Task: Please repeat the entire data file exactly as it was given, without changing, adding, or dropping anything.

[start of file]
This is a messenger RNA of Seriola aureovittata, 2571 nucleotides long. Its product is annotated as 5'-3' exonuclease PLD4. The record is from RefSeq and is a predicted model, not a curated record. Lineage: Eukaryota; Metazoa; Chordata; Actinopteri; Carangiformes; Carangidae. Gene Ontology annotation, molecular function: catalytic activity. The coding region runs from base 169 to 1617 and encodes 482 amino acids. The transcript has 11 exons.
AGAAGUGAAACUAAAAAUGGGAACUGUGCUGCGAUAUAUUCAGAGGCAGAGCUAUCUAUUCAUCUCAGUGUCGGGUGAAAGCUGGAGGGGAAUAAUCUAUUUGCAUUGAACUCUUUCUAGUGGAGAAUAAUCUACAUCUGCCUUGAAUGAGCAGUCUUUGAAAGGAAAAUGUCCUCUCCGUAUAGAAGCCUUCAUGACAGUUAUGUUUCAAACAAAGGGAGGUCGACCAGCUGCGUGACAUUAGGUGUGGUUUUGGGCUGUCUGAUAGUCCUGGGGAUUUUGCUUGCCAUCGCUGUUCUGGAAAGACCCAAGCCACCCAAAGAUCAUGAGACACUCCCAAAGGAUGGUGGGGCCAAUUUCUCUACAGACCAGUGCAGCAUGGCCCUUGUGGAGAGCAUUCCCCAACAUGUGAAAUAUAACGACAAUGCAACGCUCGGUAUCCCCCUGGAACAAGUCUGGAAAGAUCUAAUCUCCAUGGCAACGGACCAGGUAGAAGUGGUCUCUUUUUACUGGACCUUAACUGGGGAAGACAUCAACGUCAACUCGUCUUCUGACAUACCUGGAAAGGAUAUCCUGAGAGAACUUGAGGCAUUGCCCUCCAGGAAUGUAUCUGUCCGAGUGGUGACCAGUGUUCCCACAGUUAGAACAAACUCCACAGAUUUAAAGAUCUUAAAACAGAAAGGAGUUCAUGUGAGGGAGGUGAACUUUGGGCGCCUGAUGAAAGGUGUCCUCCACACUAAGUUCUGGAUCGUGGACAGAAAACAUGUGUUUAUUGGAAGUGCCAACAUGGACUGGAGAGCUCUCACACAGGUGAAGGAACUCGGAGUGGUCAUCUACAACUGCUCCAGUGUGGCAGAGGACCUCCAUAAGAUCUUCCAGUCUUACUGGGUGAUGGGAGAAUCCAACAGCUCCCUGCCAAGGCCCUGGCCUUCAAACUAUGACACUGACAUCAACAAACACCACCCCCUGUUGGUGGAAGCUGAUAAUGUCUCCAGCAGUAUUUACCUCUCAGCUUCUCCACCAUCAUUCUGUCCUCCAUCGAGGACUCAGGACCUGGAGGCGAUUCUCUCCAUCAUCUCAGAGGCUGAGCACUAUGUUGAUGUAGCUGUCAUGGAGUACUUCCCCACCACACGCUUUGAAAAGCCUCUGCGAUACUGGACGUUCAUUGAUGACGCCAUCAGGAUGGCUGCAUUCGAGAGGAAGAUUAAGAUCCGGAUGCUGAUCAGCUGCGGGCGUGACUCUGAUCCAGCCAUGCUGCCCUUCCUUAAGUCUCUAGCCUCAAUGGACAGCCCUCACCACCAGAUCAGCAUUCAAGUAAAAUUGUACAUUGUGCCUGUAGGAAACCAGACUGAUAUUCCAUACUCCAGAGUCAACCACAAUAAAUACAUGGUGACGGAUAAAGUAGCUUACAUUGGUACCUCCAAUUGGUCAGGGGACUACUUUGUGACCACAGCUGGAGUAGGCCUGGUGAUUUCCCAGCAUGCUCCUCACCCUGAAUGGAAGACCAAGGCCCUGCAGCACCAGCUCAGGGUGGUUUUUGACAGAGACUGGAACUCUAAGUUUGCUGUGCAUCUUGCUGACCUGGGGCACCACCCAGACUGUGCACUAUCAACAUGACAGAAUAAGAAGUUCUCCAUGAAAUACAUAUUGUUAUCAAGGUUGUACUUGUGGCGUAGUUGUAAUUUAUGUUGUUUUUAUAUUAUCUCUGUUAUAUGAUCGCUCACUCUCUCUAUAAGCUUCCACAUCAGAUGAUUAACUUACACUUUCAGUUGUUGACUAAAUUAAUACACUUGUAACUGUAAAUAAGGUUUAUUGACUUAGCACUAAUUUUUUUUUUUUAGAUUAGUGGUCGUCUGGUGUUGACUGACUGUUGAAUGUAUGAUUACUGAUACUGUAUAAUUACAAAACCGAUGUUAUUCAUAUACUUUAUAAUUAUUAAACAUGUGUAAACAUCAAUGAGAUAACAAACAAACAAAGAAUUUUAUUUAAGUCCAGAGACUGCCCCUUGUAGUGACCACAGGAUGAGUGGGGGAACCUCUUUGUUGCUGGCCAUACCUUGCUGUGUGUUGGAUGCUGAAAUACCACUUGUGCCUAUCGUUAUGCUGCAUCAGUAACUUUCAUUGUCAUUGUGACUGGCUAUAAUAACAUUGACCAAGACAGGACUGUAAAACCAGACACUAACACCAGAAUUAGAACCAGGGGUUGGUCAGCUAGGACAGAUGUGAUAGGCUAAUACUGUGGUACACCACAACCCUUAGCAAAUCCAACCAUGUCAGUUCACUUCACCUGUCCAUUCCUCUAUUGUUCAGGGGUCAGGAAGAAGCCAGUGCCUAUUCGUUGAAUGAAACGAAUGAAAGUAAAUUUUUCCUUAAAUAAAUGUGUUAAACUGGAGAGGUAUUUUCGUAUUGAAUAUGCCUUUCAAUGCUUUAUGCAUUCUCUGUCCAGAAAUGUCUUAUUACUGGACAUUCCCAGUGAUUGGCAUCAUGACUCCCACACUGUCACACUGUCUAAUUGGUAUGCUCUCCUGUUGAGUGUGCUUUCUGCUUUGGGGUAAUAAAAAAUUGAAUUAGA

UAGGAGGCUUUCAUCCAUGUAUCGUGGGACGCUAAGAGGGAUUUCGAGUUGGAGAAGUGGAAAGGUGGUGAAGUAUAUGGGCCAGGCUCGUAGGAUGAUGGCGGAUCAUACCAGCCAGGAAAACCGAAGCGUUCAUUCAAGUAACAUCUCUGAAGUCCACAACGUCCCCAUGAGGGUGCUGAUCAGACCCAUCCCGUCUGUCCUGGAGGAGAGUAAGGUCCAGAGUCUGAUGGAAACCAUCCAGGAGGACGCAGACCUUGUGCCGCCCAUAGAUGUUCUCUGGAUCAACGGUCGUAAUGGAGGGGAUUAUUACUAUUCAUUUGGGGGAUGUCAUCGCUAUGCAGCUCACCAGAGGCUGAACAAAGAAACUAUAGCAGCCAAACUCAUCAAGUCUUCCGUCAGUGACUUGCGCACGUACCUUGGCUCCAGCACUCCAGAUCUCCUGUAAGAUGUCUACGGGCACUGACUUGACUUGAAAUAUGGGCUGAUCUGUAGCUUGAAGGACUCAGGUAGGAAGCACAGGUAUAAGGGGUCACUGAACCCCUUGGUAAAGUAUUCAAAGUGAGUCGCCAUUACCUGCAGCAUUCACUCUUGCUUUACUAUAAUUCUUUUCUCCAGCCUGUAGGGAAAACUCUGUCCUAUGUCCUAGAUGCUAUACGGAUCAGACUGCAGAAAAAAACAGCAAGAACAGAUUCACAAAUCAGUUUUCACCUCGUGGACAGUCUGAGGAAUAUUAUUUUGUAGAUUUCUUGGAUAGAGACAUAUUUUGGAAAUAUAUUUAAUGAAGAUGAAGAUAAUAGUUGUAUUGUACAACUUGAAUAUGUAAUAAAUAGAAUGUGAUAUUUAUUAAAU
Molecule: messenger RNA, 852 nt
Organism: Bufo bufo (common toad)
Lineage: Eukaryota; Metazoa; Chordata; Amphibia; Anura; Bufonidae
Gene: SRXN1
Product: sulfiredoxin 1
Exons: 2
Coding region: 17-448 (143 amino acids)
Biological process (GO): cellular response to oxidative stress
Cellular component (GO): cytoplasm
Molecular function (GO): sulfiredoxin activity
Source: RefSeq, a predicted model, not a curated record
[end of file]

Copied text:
This is a messenger RNA of Seriola aureovittata, 2571 nucleotides long. Its product is annotated as 5'-3' exonuclease PLD4. The record is from RefSeq and is a predicted model, not a curated record. Lineage: Eukaryota; Metazoa; Chordata; Actinopteri; Carangiformes; Carangidae. Gene Ontology annotation, molecular function: catalytic activity. The coding region runs from base 169 to 1617 and encodes 482 amino acids. The transcript has 11 exons.
AGAAGUGAAACUAAAAAUGGGAACUGUGCUGCGAUAUAUUCAGAGGCAGAGCUAUCUAUUCAUCUCAGUGUCGGGUGAAAGCUGGAGGGGAAUAAUCUAUUUGCAUUGAACUCUUUCUAGUGGAGAAUAAUCUACAUCUGCCUUGAAUGAGCAGUCUUUGAAAGGAAAAUGUCCUCUCCGUAUAGAAGCCUUCAUGACAGUUAUGUUUCAAACAAAGGGAGGUCGACCAGCUGCGUGACAUUAGGUGUGGUUUUGGGCUGUCUGAUAGUCCUGGGGAUUUUGCUUGCCAUCGCUGUUCUGGAAAGACCCAAGCCACCCAAAGAUCAUGAGACACUCCCAAAGGAUGGUGGGGCCAAUUUCUCUACAGACCAGUGCAGCAUGGCCCUUGUGGAGAGCAUUCCCCAACAUGUGAAAUAUAACGACAAUGCAACGCUCGGUAUCCCCCUGGAACAAGUCUGGAAAGAUCUAAUCUCCAUGGCAACGGACCAGGUAGAAGUGGUCUCUUUUUACUGGACCUUAACUGGGGAAGACAUCAACGUCAACUCGUCUUCUGACAUACCUGGAAAGGAUAUCCUGAGAGAACUUGAGGCAUUGCCCUCCAGGAAUGUAUCUGUCCGAGUGGUGACCAGUGUUCCCACAGUUAGAACAAACUCCACAGAUUUAAAGAUCUUAAAACAGAAAGGAGUUCAUGUGAGGGAGGUGAACUUUGGGCGCCUGAUGAAAGGUGUCCUCCACACUAAGUUCUGGAUCGUGGACAGAAAACAUGUGUUUAUUGGAAGUGCCAACAUGGACUGGAGAGCUCUCACACAGGUGAAGGAACUCGGAGUGGUCAUCUACAACUGCUCCAGUGUGGCAGAGGACCUCCAUAAGAUCUUCCAGUCUUACUGGGUGAUGGGAGAAUCCAACAGCUCCCUGCCAAGGCCCUGGCCUUCAAACUAUGACACUGACAUCAACAAACACCACCCCCUGUUGGUGGAAGCUGAUAAUGUCUCCAGCAGUAUUUACCUCUCAGCUUCUCCACCAUCAUUCUGUCCUCCAUCGAGGACUCAGGACCUGGAGGCGAUUCUCUCCAUCAUCUCAGAGGCUGAGCACUAUGUUGAUGUAGCUGUCAUGGAGUACUUCCCCACCACACGCUUUGAAAAGCCUCUGCGAUACUGGACGUUCAUUGAUGACGCCAUCAGGAUGGCUGCAUUCGAGAGGAAGAUUAAGAUCCGGAUGCUGAUCAGCUGCGGGCGUGACUCUGAUCCAGCCAUGCUGCCCUUCCUUAAGUCUCUAGCCUCAAUGGACAGCCCUCACCACCAGAUCAGCAUUCAAGUAAAAUUGUACAUUGUGCCUGUAGGAAACCAGACUGAUAUUCCAUACUCCAGAGUCAACCACAAUAAAUACAUGGUGACGGAUAAAGUAGCUUACAUUGGUACCUCCAAUUGGUCAGGGGACUACUUUGUGACCACAGCUGGAGUAGGCCUGGUGAUUUCCCAGCAUGCUCCUCACCCUGAAUGGAAGACCAAGGCCCUGCAGCACCAGCUCAGGGUGGUUUUUGACAGAGACUGGAACUCUAAGUUUGCUGUGCAUCUUGCUGACCUGGGGCACCACCCAGACUGUGCACUAUCAACAUGACAGAAUAAGAAGUUCUCCAUGAAAUACAUAUUGUUAUCAAGGUUGUACUUGUGGCGUAGUUGUAAUUUAUGUUGUUUUUAUAUUAUCUCUGUUAUAUGAUCGCUCACUCUCUCUAUAAGCUUCCACAUCAGAUGAUUAACUUACACUUUCAGUUGUUGACUAAAUUAAUACACUUGUAACUGUAAAUAAGGUUUAUUGACUUAGCACUAAUUUUUUUUUUUUAGAUUAGUGGUCGUCUGGUGUUGACUGACUGUUGAAUGUAUGAUUACUGAUACUGUAUAAUUACAAAACCGAUGUUAUUCAUAUACUUUAUAAUUAUUAAACAUGUGUAAACAUCAAUGAGAUAACAAACAAACAAAGAAUUUUAUUUAAGUCCAGAGACUGCCCCUUGUAGUGACCACAGGAUGAGUGGGGGAACCUCUUUGUUGCUGGCCAUACCUUGCUGUGUGUUGGAUGCUGAAAUACCACUUGUGCCUAUCGUUAUGCUGCAUCAGUAACUUUCAUUGUCAUUGUGACUGGCUAUAAUAACAUUGACCAAGACAGGACUGUAAAACCAGACACUAACACCAGAAUUAGAACCAGGGGUUGGUCAGCUAGGACAGAUGUGAUAGGCUAAUACUGUGGUACACCACAACCCUUAGCAAAUCCAACCAUGUCAGUUCACUUCACCUGUCCAUUCCUCUAUUGUUCAGGGGUCAGGAAGAAGCCAGUGCCUAUUCGUUGAAUGAAACGAAUGAAAGUAAAUUUUUCCUUAAAUAAAUGUGUUAAACUGGAGAGGUAUUUUCGUAUUGAAUAUGCCUUUCAAUGCUUUAUGCAUUCUCUGUCCAGAAAUGUCUUAUUACUGGACAUUCCCAGUGAUUGGCAUCAUGACUCCCACACUGUCACACUGUCUAAUUGGUAUGCUCUCCUGUUGAGUGUGCUUUCUGCUUUGGGGUAAUAAAAAAUUGAAUUAGA

UAGGAGGCUUUCAUCCAUGUAUCGUGGGACGCUAAGAGGGAUUUCGAGUUGGAGAAGUGGAAAGGUGGUGAAGUAUAUGGGCCAGGCUCGUAGGAUGAUGGCGGAUCAUACCAGCCAGGAAAACCGAAGCGUUCAUUCAAGUAACAUCUCUGAAGUCCACAACGUCCCCAUGAGGGUGCUGAUCAGACCCAUCCCGUCUGUCCUGGAGGAGAGUAAGGUCCAGAGUCUGAUGGAAACCAUCCAGGAGGACGCAGACCUUGUGCCGCCCAUAGAUGUUCUCUGGAUCAACGGUCGUAAUGGAGGGGAUUAUUACUAUUCAUUUGGGGGAUGUCAUCGCUAUGCAGCUCACCAGAGGCUGAACAAAGAAACUAUAGCAGCCAAACUCAUCAAGUCUUCCGUCAGUGACUUGCGCACGUACCUUGGCUCCAGCACUCCAGAUCUCCUGUAAGAUGUCUACGGGCACUGACUUGACUUGAAAUAUGGGCUGAUCUGUAGCUUGAAGGACUCAGGUAGGAAGCACAGGUAUAAGGGGUCACUGAACCCCUUGGUAAAGUAUUCAAAGUGAGUCGCCAUUACCUGCAGCAUUCACUCUUGCUUUACUAUAAUUCUUUUCUCCAGCCUGUAGGGAAAACUCUGUCCUAUGUCCUAGAUGCUAUACGGAUCAGACUGCAGAAAAAAACAGCAAGAACAGAUUCACAAAUCAGUUUUCACCUCGUGGACAGUCUGAGGAAUAUUAUUUUGUAGAUUUCUUGGAUAGAGACAUAUUUUGGAAAUAUAUUUAAUGAAGAUGAAGAUAAUAGUUGUAUUGUACAACUUGAAUAUGUAAUAAAUAGAAUGUGAUAUUUAUUAAAU
Molecule: messenger RNA, 852 nt
Organism: Bufo bufo (common toad)
Lineage: Eukaryota; Metazoa; Chordata; Amphibia; Anura; Bufonidae
Gene: SRXN1
Product: sulfiredoxin 1
Exons: 2
Coding region: 17-448 (143 amino acids)
Biological process (GO): cellular response to oxidative stress
Cellular component (GO): cytoplasm
Molecular function (GO): sulfiredoxin activity
Source: RefSeq, a predicted model, not a curated record